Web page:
I’m thrilled with how beautiful they are in their simplicity, and how “completing” them hasn’t taken away my enjoyment in the texture and color of the fabric itself. I think that I will bundle them in sets of three or four and give them as gifts with my hand thrown mugs or bowls – kind of a handmade kitchen set. I hope the recipients enjoy and appreciate them as much as I do!
recently saw an Eileen Fisher scarf/wrap that I wanted to buy, but when I saw what it cost, I thought it would be worth trying to find the fabric and make the simple accessory myself. I found not one but two beautiful spring scarf/wrap fabrics at Purl Soho: Kokochi Double Gauze (Silver Grey Dots) and Robert Kaufman’s Veneto Linen Gauze (Flax).
I purchased two yards of each, and then split the fabric lengthwise – this meant a length of approximately 72″ and a width of 18″ (for the double gauze) and 30″ (for the linen gauze). Then I fringed the ends of each by simply pulling the threads out one by one – by far the hardest part! I fringed the double gauze to only 1″ or so – I couldn’t stand it any longer, since it’s double gauze it’s two fabrics together, so you actually have to fringe two separate pieces of fabric for each end I fringed the linen gauge to approx 3″ and then tied the fringes, so they wouldn’t get messy and tangled.
Next, I ran a stay stitch about 1/8″ from the short ends of the scarves, so that there was no chance that the fringe would continue to unravel. Finally, I sewed a hem (1/4″ rolled under, then a second 1/4″ rolled under) along each long end. I quick press with the iron, and they were done!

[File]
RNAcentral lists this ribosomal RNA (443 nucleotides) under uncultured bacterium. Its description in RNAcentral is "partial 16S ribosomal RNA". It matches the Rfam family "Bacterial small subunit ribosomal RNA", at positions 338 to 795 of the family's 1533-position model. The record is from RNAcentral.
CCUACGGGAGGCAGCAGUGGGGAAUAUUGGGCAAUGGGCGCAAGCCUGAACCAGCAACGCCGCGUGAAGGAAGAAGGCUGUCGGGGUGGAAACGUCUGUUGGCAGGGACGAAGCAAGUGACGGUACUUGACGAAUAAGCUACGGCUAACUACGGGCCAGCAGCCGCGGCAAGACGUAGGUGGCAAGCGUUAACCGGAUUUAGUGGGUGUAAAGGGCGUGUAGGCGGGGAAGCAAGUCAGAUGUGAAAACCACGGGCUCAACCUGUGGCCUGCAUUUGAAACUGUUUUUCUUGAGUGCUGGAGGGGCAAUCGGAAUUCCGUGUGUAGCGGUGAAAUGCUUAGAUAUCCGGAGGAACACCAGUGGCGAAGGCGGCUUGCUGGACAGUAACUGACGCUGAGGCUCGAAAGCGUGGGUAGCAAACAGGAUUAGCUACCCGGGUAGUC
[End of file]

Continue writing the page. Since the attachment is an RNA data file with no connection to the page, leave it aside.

We continued with our tradition of a homemade and decorated birthday cake that represents an interest of the birthday girl/boy – Alia’s lifelong love of bunny rabbits remains strong, so I’ve come up with many versions of a bunny cake over the years!
Because age ten is the first age in our household when sleepovers are allowed, this birthday was met with much excitement, and as gifts, Alia’s grandmother sewed her a bunny pillow:
And I sewed her a quick and easy sleeping bag:
I found these wonderful Cotton + Steel bunny-themed fabrics at Bolt (bunnies and moons, how perfect for a sleeping bag!) and sewed the bag and a matching pillow without a set pattern, as follows:
Exterior and interior fabrics – 3 1/3 yards each – for both the outside and the inside, cut the fabric in half lengthwise (so you have two pieces that are 60″ long), then cut each piece to 36″ wide. Sew these two pieces together, so you have one piece that is 72″ wide x 60″ long.
To sew the ties, cut 18 pieces 3″ x 12.5″ (you’ll have enough fabric left over to do this), fold lengthwise, sew one short edge and one long edge, leaving one short edge open. Then turn right side out and press.
Next, create a “quilt sandwich” by laying the exterior fabric right side up, then the interior fabric on top of it (right side down), and then the batting on top of both (I bought the highest loft batting I could find, and then used a double layer). Cut around all sides to get all of the fabrics and battings the same dimensions, then pin together along the edges, tucking the ties inside (unfinished edge lining up with the edge of the fabrics/batting, and the length of the tie tucked in between the two fabrics).
Sew along all four edges with a 6/8″ seam, leaving an 18″ wide hole in the middle of the top edge. Clip the corners and turn right side out through the top edge hole. Then, stay stitch around all four sides again (this will help to give the bag a defined edge, and will close up the top side hole, as well). Finally, I used a bar tack stitch approx every 10″ to give the bag “puffiness” and to hold the batting in place and keep it from shifting around.
My ties along the bottom didn’t line up as nicely as I had hoped – I’m not sure what went wrong, I measured (but apparently not accurately enough!), but my side ties line up nicely. The ties are a nice alternative to having to sew in a zipper, and they allow you to open up the bag and lay it flat, if you choose to do so.
This was a rush job and I could have done it more neatly – it was a little difficult stitching through so many layers, especially two layers of thick batting, and my sewing machine wasn’t thrilled to do it, but it came out all right in the end.